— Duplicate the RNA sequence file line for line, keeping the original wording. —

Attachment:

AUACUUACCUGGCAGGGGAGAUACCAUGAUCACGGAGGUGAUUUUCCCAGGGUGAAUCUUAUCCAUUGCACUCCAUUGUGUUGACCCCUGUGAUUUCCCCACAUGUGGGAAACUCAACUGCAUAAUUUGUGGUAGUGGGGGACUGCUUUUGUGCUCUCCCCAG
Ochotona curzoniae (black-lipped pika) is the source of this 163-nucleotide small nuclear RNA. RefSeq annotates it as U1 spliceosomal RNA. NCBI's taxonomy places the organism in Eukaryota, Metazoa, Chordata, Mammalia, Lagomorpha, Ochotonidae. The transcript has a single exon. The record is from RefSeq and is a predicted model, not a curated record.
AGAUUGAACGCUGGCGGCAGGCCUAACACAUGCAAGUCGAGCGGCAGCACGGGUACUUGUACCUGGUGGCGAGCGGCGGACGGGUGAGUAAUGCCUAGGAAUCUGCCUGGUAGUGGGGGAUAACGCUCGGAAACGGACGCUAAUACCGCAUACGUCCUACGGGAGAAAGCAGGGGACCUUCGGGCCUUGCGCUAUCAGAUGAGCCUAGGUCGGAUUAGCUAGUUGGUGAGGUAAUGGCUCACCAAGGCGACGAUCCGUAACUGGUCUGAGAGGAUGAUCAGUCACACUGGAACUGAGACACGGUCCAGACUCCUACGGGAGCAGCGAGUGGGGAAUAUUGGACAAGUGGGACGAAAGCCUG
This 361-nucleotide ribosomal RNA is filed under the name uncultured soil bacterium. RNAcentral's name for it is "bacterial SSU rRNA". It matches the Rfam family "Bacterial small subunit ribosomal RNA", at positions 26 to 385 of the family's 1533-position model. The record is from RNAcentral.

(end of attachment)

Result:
AUACUUACCUGGCAGGGGAGAUACCAUGAUCACGGAGGUGAUUUUCCCAGGGUGAAUCUUAUCCAUUGCACUCCAUUGUGUUGACCCCUGUGAUUUCCCCACAUGUGGGAAACUCAACUGCAUAAUUUGUGGUAGUGGGGGACUGCUUUUGUGCUCUCCCCAG
Ochotona curzoniae (black-lipped pika) is the source of this 163-nucleotide small nuclear RNA. RefSeq annotates it as U1 spliceosomal RNA. NCBI's taxonomy places the organism in Eukaryota, Metazoa, Chordata, Mammalia, Lagomorpha, Ochotonidae. The transcript has a single exon. The record is from RefSeq and is a predicted model, not a curated record.
AGAUUGAACGCUGGCGGCAGGCCUAACACAUGCAAGUCGAGCGGCAGCACGGGUACUUGUACCUGGUGGCGAGCGGCGGACGGGUGAGUAAUGCCUAGGAAUCUGCCUGGUAGUGGGGGAUAACGCUCGGAAACGGACGCUAAUACCGCAUACGUCCUACGGGAGAAAGCAGGGGACCUUCGGGCCUUGCGCUAUCAGAUGAGCCUAGGUCGGAUUAGCUAGUUGGUGAGGUAAUGGCUCACCAAGGCGACGAUCCGUAACUGGUCUGAGAGGAUGAUCAGUCACACUGGAACUGAGACACGGUCCAGACUCCUACGGGAGCAGCGAGUGGGGAAUAUUGGACAAGUGGGACGAAAGCCUG
This 361-nucleotide ribosomal RNA is filed under the name uncultured soil bacterium. RNAcentral's name for it is "bacterial SSU rRNA". It matches the Rfam family "Bacterial small subunit ribosomal RNA", at positions 26 to 385 of the family's 1533-position model. The record is from RNAcentral.